Van Gogh nodded, brows furrowed in a pensive way. “I understand. His paintings have a way of calming people down, their haziness induces a kind of mellow, atmospheric stillness — a gentle reverie of yesterday and tomorrow.” Fingers twitching, he asked, “What about Paul’s?”
“Gauguin? No— call me neo-classical, but I still don’t like his work no matter how I look at it, sorry.”
“But you like mine?”
I brewed a fresh pot of black tea. Pouring them inside the cups with ears tipped in gold, I served him a plate of blueberry muffins to go with it. “I may like their works — Monet’s or Vermeer’s, but I would prefer your company over theirs any day.”
The barest beginning of a smile ghosted his mouth. He lifted the cup, concealing the smile, and said, “Which explains my presence here.” Through the dusted window, soft shafts of sunlight penetrated the glass tea pot, throwing a luminous sepia shadow on the marble table. His finger ran circles on that spot.
“You’re more tolerant than I expected, or should I say composed?” I remarked.
He chuckled. “I live in your imagination, you can reshape my temper however you want.”
We drank our tea in silence. Cars rushed past the streets, rumbling engines shook the glass pane and the plate of muffins. Puffs of dust were left in their wake. I watched the cloud of grey suspended in the air, and thought of the baby Empire penguins in Antarctica. When they shed their grey coats, would the shedded fur roll around the snow for days — or maybe it would take only hours, before they were buried in the tyranny of whiteness, eternally forgotten? The thought of it made me sad somehow. I asked Van Gogh what he thought of that, to which he responded with a shrug. “The sadness will last forever,” he said.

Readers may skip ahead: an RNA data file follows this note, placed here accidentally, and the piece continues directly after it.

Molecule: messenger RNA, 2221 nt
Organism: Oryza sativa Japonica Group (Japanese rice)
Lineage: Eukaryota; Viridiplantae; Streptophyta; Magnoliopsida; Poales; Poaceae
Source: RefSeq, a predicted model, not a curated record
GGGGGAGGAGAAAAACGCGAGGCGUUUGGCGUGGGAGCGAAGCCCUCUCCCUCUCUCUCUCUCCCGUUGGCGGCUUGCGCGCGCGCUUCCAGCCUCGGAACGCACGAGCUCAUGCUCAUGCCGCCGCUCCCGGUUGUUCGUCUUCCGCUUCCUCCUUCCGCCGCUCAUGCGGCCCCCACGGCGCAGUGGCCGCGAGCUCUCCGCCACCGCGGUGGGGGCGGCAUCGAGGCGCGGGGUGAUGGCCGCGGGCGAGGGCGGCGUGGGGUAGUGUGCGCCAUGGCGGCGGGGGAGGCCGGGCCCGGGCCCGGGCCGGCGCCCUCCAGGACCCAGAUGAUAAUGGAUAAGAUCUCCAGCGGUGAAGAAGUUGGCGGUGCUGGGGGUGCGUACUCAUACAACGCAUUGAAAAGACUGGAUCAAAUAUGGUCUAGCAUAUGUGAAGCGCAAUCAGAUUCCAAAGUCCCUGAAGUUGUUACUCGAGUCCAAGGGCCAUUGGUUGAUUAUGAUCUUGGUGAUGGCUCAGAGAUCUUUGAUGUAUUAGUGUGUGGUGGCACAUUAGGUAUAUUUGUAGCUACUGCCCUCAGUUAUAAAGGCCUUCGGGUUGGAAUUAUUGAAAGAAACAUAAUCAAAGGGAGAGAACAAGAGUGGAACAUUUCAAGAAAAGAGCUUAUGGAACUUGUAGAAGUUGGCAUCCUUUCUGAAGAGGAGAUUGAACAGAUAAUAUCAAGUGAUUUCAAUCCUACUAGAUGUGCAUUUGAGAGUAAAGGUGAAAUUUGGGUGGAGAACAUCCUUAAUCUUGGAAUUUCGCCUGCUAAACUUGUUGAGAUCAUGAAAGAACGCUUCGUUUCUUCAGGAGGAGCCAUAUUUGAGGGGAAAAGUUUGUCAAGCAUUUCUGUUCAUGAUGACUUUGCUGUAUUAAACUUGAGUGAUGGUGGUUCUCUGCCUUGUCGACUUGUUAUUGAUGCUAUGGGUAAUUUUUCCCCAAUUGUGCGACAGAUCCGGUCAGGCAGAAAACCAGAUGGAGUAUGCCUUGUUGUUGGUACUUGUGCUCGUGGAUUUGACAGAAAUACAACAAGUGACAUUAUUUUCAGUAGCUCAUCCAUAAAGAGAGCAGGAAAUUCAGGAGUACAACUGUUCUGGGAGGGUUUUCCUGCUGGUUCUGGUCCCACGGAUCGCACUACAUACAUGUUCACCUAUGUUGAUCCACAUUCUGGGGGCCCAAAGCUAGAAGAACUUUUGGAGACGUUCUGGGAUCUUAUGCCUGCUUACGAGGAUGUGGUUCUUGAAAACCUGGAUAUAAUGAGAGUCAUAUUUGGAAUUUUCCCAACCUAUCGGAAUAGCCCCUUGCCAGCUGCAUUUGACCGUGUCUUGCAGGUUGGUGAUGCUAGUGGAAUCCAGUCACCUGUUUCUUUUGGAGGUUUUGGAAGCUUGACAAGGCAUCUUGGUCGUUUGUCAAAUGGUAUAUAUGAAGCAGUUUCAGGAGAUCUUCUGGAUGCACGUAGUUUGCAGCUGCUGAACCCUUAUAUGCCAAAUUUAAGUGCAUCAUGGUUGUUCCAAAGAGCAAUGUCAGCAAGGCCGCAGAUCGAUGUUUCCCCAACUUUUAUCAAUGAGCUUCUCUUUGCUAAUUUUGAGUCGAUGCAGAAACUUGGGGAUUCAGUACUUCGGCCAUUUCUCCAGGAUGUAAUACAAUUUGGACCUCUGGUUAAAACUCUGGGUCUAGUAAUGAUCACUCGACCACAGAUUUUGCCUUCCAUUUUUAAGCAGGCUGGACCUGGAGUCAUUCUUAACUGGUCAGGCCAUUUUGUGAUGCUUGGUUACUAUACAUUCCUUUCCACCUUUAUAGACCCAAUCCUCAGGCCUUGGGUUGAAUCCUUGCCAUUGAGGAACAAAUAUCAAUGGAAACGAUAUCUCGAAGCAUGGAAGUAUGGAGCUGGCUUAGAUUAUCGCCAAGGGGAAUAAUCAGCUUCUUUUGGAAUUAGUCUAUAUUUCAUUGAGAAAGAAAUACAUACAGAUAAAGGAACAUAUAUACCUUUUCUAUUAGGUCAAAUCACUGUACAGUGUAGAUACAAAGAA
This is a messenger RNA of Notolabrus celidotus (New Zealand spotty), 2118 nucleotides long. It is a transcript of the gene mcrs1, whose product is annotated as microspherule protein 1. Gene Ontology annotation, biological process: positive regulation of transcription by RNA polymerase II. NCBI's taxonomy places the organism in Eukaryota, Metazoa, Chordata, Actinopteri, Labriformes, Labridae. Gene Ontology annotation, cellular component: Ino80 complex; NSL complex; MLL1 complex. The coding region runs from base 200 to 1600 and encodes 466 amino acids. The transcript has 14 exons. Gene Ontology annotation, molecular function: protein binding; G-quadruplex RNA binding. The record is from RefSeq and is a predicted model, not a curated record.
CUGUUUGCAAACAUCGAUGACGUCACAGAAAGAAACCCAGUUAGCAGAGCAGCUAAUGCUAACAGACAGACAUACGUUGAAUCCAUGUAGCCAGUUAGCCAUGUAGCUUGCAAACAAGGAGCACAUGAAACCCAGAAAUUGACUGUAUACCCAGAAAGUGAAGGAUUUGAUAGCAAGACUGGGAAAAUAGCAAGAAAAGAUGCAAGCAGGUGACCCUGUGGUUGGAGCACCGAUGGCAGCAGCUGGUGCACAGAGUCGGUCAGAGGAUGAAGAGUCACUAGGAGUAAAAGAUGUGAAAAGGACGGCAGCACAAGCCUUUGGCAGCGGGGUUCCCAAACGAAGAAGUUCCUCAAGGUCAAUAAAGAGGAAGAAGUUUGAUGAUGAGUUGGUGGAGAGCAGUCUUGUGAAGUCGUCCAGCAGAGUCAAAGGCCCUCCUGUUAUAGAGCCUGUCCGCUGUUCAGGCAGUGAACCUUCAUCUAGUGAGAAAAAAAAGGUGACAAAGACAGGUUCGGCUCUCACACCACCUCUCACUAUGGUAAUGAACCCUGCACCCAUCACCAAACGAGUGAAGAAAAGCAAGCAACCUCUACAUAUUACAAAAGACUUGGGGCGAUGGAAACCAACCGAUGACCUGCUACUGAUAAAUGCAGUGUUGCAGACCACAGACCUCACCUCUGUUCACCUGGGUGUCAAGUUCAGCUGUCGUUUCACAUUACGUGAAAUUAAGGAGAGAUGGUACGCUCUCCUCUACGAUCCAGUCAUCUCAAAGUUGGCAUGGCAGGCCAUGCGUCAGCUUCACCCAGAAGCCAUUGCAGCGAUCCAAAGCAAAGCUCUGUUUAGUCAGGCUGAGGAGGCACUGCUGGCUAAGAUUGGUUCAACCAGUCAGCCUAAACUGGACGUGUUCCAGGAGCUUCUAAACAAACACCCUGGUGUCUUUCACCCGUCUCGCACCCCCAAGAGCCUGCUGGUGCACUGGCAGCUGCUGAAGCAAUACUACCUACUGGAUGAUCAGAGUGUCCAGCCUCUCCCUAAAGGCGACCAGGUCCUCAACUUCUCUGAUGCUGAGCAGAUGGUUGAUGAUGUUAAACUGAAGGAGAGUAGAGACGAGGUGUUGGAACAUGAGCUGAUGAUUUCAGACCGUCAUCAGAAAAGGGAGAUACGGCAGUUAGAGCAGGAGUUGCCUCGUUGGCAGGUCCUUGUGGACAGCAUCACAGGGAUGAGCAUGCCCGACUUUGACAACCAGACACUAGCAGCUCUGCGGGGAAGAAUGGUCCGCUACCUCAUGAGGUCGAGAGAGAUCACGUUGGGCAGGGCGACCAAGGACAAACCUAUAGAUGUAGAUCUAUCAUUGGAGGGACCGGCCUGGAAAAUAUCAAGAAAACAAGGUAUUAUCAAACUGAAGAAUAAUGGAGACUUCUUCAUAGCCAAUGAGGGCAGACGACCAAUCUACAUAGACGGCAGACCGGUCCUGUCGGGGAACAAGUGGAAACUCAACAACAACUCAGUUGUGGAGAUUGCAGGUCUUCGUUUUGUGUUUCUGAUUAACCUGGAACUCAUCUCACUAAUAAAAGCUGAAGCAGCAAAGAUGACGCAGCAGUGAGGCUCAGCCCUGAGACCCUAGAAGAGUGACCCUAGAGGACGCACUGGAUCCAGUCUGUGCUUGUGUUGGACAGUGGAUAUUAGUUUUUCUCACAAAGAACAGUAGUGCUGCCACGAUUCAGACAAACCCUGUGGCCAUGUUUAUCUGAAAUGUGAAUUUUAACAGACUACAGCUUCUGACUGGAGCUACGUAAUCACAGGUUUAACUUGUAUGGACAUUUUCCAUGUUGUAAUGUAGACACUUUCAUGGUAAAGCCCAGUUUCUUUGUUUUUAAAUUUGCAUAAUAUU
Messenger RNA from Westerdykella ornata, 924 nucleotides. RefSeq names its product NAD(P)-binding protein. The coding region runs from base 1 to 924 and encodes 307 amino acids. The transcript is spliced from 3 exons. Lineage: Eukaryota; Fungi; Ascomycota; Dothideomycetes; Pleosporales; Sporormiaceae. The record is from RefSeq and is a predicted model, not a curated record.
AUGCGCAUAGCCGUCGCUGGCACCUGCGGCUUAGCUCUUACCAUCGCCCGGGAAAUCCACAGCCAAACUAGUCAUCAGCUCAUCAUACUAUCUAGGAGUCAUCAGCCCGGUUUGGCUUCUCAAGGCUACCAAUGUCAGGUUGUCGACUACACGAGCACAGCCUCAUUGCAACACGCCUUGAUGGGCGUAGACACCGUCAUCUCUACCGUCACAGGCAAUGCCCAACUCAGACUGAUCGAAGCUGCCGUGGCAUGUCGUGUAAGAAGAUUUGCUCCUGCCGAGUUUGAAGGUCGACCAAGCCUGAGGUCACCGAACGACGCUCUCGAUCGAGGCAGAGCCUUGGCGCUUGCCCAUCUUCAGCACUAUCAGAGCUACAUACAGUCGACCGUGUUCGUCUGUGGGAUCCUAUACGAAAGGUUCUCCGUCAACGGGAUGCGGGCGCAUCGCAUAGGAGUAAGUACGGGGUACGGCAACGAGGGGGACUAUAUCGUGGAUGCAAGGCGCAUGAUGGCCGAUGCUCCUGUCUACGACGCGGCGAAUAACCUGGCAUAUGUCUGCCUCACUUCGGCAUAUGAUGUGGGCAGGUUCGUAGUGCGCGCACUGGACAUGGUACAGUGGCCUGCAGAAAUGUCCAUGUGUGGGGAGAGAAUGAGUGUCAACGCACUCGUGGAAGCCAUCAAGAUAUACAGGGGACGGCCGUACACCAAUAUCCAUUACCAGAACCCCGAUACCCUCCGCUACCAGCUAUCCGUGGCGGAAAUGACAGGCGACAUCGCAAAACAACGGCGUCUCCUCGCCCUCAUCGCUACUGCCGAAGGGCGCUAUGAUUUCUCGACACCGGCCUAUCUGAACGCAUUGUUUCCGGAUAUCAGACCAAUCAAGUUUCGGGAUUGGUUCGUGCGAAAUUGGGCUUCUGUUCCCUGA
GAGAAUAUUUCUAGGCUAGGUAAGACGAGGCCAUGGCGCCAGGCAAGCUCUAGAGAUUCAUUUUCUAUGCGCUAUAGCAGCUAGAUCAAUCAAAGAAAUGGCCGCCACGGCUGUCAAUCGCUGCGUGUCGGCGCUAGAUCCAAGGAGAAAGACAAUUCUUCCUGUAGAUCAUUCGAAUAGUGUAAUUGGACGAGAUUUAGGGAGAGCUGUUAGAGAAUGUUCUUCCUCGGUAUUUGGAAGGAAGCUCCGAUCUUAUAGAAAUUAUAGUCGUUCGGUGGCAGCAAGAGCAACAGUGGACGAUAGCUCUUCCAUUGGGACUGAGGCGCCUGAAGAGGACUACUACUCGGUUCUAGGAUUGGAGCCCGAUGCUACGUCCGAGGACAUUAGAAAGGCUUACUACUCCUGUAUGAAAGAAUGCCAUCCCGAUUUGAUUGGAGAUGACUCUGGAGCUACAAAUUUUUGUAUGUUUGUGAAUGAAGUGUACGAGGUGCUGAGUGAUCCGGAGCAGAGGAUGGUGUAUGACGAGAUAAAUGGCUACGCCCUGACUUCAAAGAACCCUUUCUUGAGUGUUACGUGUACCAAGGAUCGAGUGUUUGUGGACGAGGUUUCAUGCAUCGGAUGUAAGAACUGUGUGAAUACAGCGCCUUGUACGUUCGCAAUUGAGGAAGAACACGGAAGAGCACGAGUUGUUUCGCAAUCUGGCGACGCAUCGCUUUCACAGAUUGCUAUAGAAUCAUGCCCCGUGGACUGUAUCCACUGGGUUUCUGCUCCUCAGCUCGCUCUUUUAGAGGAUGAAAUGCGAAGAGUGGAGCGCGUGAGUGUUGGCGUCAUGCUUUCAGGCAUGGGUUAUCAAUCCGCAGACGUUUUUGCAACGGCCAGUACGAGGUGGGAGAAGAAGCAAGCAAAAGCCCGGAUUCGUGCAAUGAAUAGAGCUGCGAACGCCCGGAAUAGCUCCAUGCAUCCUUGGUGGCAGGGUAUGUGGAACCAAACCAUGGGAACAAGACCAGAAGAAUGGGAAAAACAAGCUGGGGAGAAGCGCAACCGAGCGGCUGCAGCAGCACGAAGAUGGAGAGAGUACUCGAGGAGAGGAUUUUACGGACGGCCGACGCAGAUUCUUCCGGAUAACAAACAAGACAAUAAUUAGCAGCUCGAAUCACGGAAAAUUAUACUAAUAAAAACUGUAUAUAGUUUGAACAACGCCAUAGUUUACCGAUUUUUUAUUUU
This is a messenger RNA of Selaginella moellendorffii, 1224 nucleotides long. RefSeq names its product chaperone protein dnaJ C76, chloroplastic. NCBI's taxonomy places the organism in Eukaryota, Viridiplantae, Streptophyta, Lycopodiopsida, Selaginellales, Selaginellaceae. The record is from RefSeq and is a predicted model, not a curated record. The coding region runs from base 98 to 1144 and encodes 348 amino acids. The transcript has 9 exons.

A parade of geese were patrolling on the now deserted streets. They waddled around, picking at trash and leftovers. “I know,” I answered. “But have you ever wanted to be understood — to be recognised, after all the effort, of your worth?” This question disturbed me more than any other, and for the longest time I had not had the courage to ask him, fearing his answer. It was quite inconceivable for me to imagine his reaction to a world that praised, worshipped, and celebrated every stroke of his brush and the chaos that resided in him and his palette. I was happy for him, of course, because he deserved all of them. But what of the gaping void named loneliness — was it filled? Could it be filled — by this world of banality? Would their clamorous adoration and lurid replicas ebb away the beauty of his soul?
He set down his empty cup, dark tea remnants staring back at me. “Do you remember the amber grains and crows I did before I die?”
“Wheat field with Crows, you mean.”
“Yes, that. I could always paint another one of that.”
“And Starry Night?”
He grinned. “That too.”
In the distance, the geese let out plaintive cries, and the church bell went on and on into the quiet of the night.
Do you know
That lonely people wear blue?
Because the blue of the sky is the only thing we share
It is a long, sad dream